We begin by deﬁning the notion of a valid typing. Let *P* be a program and
*F* be an ownership type system with universal set of qualiﬁers *Q** _{F}*. A

*typing*

*T*

*is a mapping from the variables*

_{P,F}^{1}in

*P*to the type qualiﬁers in

*Q*

*. A typ- ing*

_{F}*T*

*is a*

_{P,F}*valid typing forP*

*inF*when it renders

*P*well-typed in

*F*. Note that

1 For the rest of the paper we use “variables” to denote all annotatable types, that is, local variable, parameter, return, allocation site, and ﬁeld types.

a valid typing*T** _{P,F}* must maintain programmer-provided annotations in

*P*, that is, if a variable

*v*is annotated by the programmer with

*q, then for every valid*typing

*T*

*, we have*

_{P,F}*T*

*(v) =*

_{P,F}*q.*

We proceed to deﬁne an objective function*o*that can be used to rank valid
typings, and instantiations for UT and OT. The objective function *o* takes a
valid typing *T* and returns a tuple of numbers^{2}. The tuples are ordered lexico-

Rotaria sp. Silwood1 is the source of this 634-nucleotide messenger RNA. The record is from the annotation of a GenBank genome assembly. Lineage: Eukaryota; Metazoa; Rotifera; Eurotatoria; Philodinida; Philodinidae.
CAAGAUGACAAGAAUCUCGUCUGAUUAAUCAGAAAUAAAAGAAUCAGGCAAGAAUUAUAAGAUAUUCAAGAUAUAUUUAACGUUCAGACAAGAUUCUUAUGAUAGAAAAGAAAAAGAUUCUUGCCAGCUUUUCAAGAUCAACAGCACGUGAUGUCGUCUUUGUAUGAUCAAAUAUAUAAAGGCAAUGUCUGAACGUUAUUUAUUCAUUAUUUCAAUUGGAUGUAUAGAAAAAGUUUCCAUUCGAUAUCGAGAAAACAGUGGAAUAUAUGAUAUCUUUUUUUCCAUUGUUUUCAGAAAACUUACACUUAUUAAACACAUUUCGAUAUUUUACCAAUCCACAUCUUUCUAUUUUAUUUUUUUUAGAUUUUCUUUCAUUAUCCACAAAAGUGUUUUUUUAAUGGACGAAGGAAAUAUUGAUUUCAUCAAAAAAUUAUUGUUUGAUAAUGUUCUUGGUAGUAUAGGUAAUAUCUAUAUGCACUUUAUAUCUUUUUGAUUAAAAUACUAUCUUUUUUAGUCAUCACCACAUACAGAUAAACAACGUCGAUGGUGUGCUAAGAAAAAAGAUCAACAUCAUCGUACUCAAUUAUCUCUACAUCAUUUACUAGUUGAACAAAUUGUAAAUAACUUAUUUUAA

graphically.

To create the tuple, the objective function*o* assumes that the qualiﬁers are
partitioned and the partitions are ordered. Then, each element of the tuple is
the number of variables in*T* whose type is in the corresponding partition.

**3.1** **Objective Function for Universe Types**
For UT, the function is instantiated as

*o** _{UT}*(T) = (

*|T*

^{−}^{1}(any)

*|,|T*

^{−}^{1}(rep)

*|,|T*

^{−}^{1}(peer)

*|*) The partitioning and ordering is

*{any}>{rep}>{peer}*

Each qualiﬁer falls in its own partition. This means, informally, that we prefer
any over rep and peer, andrep over peer. More formally, the partitioning and
ordering gives rise to a preference ranking*O** _{UT}* over all qualiﬁers:

*O** _{UT}* :any

*>*rep

*>*peer

Note that this preference ranking is not related to subtyping. We have*T*_{1}*> T*_{2}
iﬀ*T*_{1}has a larger number of variables typedanythan*T*_{2}, or*T*_{1}and*T*_{2}have the